August in the orchard

 

With barely a whisper of breeze July has slipped her mooring lines and, lifted by one of the zillion thermals that this extraordinarily warm Summer has conjured, she’s sailed away with barely a backward glance as August rummages for her bathing suit and broad-brimmed hat. To be honest, it’s been a very long time since the month of August required a sun hat, let alone an actual bathing suit. Usually, most of us are probably reaching for our wellies and raincoats as we contemplate the British Summer holiday we sensibly booked a year in advance. But this Summer has continued to stretch herself out and languish just a little while longer on her beach towel.

And of course, I’ve now jinxed it, haven’t I. So you know where to find me if is all goes Pete Tong. I’ll be standing in the cloakroom ready to hand you your boots, coats and soggy pasties.

But for now, it’s still hot, and there’s no sign of rain for the time being.

Yesterday I donned boots and took a walk down through the field to check on the fruit trees, and I could see the heat rising in a shimmy of waves from the still, dry grasses, and all around me the parched symphony of crickets and grasshoppers vibrated loudly from the taller, bleached islands in this thirsty ocean. These string musicians seem fatter than previous years, the legs more elastic, their bounce more ambitious. Wearing boots is of course a wise thing to do, with a view to possible grass snakes, adders and tics, but also they’re usually high enough to avoid the odd grasshopper jumping in. Not this year!

With all this fierce sun it seems that the apples have decided to ripen a little earlier. They’re somewhat smaller than their usual comforting handful, and I would think that’s a direct result of the lack of rainfall for the last couple of months.

I was ready to pick some, but then realised that I wasn’t the only one there. Tuning out the grasshoppers and the husky refrain of a trio of tenor pigeons, I became aware of a deep grumble from a bumbling but busy squadron of hornets. It seemed I was supposed to reserve a table at this particular restaurant. I left them to their endless taster menu and headed back, to return with my beekeeping suit on, legs rolled up for fear of spontaneous combustion. Working carefully with extendable pruning shears, I duckndove among the branches, avoiding the tell-tale rows of striped bottoms that lined the empty hollows of apple husks. There’s plenty for us all, so they’re surely not going to miss a few.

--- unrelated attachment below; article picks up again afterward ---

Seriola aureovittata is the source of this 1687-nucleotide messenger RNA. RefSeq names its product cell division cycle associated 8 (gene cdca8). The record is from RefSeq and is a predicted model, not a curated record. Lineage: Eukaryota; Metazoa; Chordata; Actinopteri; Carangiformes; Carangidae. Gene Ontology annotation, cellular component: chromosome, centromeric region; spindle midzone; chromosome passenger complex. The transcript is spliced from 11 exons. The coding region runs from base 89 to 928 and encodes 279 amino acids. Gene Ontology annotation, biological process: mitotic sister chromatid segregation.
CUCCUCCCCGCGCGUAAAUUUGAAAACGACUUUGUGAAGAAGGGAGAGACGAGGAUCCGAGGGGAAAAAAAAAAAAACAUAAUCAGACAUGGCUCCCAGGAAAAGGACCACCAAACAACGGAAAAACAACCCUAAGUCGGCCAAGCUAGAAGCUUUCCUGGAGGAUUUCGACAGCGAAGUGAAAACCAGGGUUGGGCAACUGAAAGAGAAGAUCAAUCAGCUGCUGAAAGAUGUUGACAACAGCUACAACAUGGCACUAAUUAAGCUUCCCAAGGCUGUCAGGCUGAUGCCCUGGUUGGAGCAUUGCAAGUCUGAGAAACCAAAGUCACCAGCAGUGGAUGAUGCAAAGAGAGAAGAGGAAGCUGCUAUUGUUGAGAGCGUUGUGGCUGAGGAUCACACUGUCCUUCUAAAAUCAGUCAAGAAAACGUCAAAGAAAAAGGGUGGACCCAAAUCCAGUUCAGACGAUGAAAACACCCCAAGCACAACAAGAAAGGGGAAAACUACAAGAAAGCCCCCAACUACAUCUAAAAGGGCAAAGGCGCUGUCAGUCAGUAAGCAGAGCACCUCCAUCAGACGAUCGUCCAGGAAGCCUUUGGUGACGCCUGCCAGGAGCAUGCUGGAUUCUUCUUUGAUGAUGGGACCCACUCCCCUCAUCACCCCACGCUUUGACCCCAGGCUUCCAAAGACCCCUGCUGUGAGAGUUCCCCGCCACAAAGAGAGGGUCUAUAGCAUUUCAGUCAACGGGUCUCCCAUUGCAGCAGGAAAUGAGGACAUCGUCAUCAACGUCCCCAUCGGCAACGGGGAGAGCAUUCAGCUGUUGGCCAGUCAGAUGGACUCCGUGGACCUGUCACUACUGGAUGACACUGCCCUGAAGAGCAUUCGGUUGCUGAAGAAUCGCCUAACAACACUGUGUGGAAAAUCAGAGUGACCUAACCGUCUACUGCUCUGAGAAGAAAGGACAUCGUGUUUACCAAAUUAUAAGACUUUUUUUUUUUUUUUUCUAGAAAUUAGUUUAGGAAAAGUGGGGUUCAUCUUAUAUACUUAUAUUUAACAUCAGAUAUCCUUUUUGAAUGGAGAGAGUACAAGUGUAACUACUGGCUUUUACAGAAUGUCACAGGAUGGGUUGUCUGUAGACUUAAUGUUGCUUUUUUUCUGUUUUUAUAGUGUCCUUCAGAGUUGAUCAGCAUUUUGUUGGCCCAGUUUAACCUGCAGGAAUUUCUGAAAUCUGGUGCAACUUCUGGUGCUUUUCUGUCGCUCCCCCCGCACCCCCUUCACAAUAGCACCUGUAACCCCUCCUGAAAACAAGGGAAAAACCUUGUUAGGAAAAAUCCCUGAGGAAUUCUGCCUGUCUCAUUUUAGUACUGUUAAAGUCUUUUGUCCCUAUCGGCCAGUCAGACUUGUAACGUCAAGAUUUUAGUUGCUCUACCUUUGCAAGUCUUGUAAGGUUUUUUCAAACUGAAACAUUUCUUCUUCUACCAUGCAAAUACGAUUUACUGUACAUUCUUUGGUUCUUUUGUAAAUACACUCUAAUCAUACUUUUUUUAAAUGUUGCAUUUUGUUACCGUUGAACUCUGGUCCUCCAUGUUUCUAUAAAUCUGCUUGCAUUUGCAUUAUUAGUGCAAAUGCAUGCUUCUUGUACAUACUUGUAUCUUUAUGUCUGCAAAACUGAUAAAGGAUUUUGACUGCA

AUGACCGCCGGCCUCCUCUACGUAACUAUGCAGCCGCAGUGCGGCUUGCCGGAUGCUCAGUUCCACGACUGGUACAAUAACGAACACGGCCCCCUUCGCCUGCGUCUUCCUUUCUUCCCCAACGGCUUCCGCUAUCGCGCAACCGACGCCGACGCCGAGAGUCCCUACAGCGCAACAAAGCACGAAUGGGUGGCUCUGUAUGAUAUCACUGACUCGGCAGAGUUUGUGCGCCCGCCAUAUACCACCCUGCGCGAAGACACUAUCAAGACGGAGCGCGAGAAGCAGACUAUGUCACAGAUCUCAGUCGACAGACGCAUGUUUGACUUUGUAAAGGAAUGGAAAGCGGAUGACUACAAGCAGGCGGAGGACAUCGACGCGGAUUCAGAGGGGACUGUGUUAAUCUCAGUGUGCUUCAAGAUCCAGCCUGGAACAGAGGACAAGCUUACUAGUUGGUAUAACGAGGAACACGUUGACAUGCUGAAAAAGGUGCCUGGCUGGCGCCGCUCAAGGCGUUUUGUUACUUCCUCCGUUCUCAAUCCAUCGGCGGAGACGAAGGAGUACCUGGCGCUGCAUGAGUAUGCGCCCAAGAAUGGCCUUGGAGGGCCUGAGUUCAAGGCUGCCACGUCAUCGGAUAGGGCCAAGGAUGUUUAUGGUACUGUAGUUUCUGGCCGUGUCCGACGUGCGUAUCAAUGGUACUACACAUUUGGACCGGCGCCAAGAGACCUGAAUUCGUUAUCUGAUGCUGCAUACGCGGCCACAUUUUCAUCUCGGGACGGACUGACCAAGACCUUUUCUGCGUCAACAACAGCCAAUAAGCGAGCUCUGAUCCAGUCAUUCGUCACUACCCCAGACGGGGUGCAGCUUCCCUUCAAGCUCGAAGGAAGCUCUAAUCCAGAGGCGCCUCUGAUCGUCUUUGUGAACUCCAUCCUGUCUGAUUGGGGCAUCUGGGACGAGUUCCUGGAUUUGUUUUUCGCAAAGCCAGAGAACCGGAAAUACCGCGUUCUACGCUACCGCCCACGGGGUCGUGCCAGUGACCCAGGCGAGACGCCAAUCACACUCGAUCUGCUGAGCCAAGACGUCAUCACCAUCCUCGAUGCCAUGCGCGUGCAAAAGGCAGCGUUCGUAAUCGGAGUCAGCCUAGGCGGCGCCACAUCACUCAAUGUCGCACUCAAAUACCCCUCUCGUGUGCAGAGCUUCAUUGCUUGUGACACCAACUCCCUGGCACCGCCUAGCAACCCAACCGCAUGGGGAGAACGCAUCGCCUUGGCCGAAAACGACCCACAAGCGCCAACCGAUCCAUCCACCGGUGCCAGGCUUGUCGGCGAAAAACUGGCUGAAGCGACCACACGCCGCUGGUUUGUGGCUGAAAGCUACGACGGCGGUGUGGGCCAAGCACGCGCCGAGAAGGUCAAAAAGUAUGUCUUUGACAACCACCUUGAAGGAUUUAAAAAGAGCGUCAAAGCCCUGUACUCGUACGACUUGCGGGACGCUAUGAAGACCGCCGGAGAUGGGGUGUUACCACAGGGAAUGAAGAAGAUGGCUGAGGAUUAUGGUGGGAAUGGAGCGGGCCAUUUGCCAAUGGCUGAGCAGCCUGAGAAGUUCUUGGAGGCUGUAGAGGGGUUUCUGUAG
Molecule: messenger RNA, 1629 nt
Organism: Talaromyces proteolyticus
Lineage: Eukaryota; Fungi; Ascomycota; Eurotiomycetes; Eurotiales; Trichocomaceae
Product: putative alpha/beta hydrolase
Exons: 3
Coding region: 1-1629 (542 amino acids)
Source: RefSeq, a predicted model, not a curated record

Some of these apples aren’t quite ripe. So it’s likely that I’ll be slicing and freezing a few pounds, compoting others, and using a generous apron-ful for an apple tart. While there are literally hundreds of wonderful recipes out there on the airwaves, the one that springs to mind (and makes me inordinately hungry while I should be thinking of emptying out the latest batch of washing from the machine!) is tarte aux pommes Normande. It’s a simple, sweet and buttery recipe by Elizabeth David, from an old copy of French Provincial Cooking. And of course the whole book is a complete joy and definitely worth hunting down if you haven’t got a copy. I suspect I’m preaching to the converted here.

Meanwhile, back to my day job…

Just recently I’ve become a bit obsessed with cutting fruit in half and painting what I see.

It’s something about portraying hidden details. And apples are no less beautiful, extraordinary, sensuous even, than the obvious choices of fig, pomegranate or strawberry.

Below, a Discovery Apple, in egg tempera

 

As I type this, a loud rumble of thunder has just sent our smallest dog into a fit of terror. He’s now shaking so hard he can barely hold onto the leg of the table he’s chosen to hide beneath. And now it’s actually raining!

So I’ll see you in the cloakroom. Be sure to have your tickets ready.